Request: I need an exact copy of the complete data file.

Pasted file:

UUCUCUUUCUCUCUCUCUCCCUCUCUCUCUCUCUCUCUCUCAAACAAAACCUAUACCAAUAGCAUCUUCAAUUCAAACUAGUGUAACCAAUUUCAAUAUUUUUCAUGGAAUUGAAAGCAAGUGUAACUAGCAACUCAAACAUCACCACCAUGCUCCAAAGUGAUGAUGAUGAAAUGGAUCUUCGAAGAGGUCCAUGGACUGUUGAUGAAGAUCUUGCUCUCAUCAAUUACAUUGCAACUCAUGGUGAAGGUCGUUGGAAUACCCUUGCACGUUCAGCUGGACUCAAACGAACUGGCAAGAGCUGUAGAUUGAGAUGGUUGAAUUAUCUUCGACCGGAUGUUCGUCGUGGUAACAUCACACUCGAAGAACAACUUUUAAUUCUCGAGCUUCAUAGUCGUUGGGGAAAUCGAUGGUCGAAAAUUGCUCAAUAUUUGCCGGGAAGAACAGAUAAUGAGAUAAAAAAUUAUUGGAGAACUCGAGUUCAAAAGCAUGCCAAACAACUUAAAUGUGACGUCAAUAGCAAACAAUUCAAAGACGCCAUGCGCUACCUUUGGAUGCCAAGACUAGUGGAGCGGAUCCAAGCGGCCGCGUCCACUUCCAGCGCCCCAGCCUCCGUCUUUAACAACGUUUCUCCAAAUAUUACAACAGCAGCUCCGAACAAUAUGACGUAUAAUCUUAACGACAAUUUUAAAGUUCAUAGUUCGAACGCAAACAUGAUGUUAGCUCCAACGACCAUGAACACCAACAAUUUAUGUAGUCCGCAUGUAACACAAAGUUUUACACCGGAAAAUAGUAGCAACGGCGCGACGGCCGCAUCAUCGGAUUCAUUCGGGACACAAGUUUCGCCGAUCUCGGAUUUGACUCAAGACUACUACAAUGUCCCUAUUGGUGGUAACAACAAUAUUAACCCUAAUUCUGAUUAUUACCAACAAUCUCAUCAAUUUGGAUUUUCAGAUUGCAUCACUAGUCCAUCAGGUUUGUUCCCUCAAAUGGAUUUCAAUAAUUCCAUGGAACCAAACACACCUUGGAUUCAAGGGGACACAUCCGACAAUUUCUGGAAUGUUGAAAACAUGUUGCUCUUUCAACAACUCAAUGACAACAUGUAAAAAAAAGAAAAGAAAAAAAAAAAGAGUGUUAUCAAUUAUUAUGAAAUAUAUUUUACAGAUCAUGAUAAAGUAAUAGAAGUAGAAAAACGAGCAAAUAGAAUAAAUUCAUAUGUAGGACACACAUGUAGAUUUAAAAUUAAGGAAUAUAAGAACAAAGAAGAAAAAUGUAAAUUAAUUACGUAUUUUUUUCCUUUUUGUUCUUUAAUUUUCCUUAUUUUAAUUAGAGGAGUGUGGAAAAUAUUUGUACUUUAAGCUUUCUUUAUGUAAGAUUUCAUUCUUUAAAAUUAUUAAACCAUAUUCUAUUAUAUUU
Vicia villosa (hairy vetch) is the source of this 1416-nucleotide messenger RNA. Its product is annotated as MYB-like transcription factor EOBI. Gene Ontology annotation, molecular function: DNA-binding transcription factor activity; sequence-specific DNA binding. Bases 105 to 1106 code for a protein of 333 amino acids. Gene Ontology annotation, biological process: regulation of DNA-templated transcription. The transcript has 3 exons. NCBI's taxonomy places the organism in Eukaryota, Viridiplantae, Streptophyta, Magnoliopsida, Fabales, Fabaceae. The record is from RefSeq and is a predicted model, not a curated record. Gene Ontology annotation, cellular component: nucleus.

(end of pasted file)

UUCUCUUUCUCUCUCUCUCCCUCUCUCUCUCUCUCUCUCUCAAACAAAACCUAUACCAAUAGCAUCUUCAAUUCAAACUAGUGUAACCAAUUUCAAUAUUUUUCAUGGAAUUGAAAGCAAGUGUAACUAGCAACUCAAACAUCACCACCAUGCUCCAAAGUGAUGAUGAUGAAAUGGAUCUUCGAAGAGGUCCAUGGACUGUUGAUGAAGAUCUUGCUCUCAUCAAUUACAUUGCAACUCAUGGUGAAGGUCGUUGGAAUACCCUUGCACGUUCAGCUGGACUCAAACGAACUGGCAAGAGCUGUAGAUUGAGAUGGUUGAAUUAUCUUCGACCGGAUGUUCGUCGUGGUAACAUCACACUCGAAGAACAACUUUUAAUUCUCGAGCUUCAUAGUCGUUGGGGAAAUCGAUGGUCGAAAAUUGCUCAAUAUUUGCCGGGAAGAACAGAUAAUGAGAUAAAAAAUUAUUGGAGAACUCGAGUUCAAAAGCAUGCCAAACAACUUAAAUGUGACGUCAAUAGCAAACAAUUCAAAGACGCCAUGCGCUACCUUUGGAUGCCAAGACUAGUGGAGCGGAUCCAAGCGGCCGCGUCCACUUCCAGCGCCCCAGCCUCCGUCUUUAACAACGUUUCUCCAAAUAUUACAACAGCAGCUCCGAACAAUAUGACGUAUAAUCUUAACGACAAUUUUAAAGUUCAUAGUUCGAACGCAAACAUGAUGUUAGCUCCAACGACCAUGAACACCAACAAUUUAUGUAGUCCGCAUGUAACACAAAGUUUUACACCGGAAAAUAGUAGCAACGGCGCGACGGCCGCAUCAUCGGAUUCAUUCGGGACACAAGUUUCGCCGAUCUCGGAUUUGACUCAAGACUACUACAAUGUCCCUAUUGGUGGUAACAACAAUAUUAACCCUAAUUCUGAUUAUUACCAACAAUCUCAUCAAUUUGGAUUUUCAGAUUGCAUCACUAGUCCAUCAGGUUUGUUCCCUCAAAUGGAUUUCAAUAAUUCCAUGGAACCAAACACACCUUGGAUUCAAGGGGACACAUCCGACAAUUUCUGGAAUGUUGAAAACAUGUUGCUCUUUCAACAACUCAAUGACAACAUGUAAAAAAAAGAAAAGAAAAAAAAAAAGAGUGUUAUCAAUUAUUAUGAAAUAUAUUUUACAGAUCAUGAUAAAGUAAUAGAAGUAGAAAAACGAGCAAAUAGAAUAAAUUCAUAUGUAGGACACACAUGUAGAUUUAAAAUUAAGGAAUAUAAGAACAAAGAAGAAAAAUGUAAAUUAAUUACGUAUUUUUUUCCUUUUUGUUCUUUAAUUUUCCUUAUUUUAAUUAGAGGAGUGUGGAAAAUAUUUGUACUUUAAGCUUUCUUUAUGUAAGAUUUCAUUCUUUAAAAUUAUUAAACCAUAUUCUAUUAUAUUU
Vicia villosa (hairy vetch) is the source of this 1416-nucleotide messenger RNA. Its product is annotated as MYB-like transcription factor EOBI. Gene Ontology annotation, molecular function: DNA-binding transcription factor activity; sequence-specific DNA binding. Bases 105 to 1106 code for a protein of 333 amino acids. Gene Ontology annotation, biological process: regulation of DNA-templated transcription. The transcript has 3 exons. NCBI's taxonomy places the organism in Eukaryota, Viridiplantae, Streptophyta, Magnoliopsida, Fabales, Fabaceae. The record is from RefSeq and is a predicted model, not a curated record. Gene Ontology annotation, cellular component: nucleus.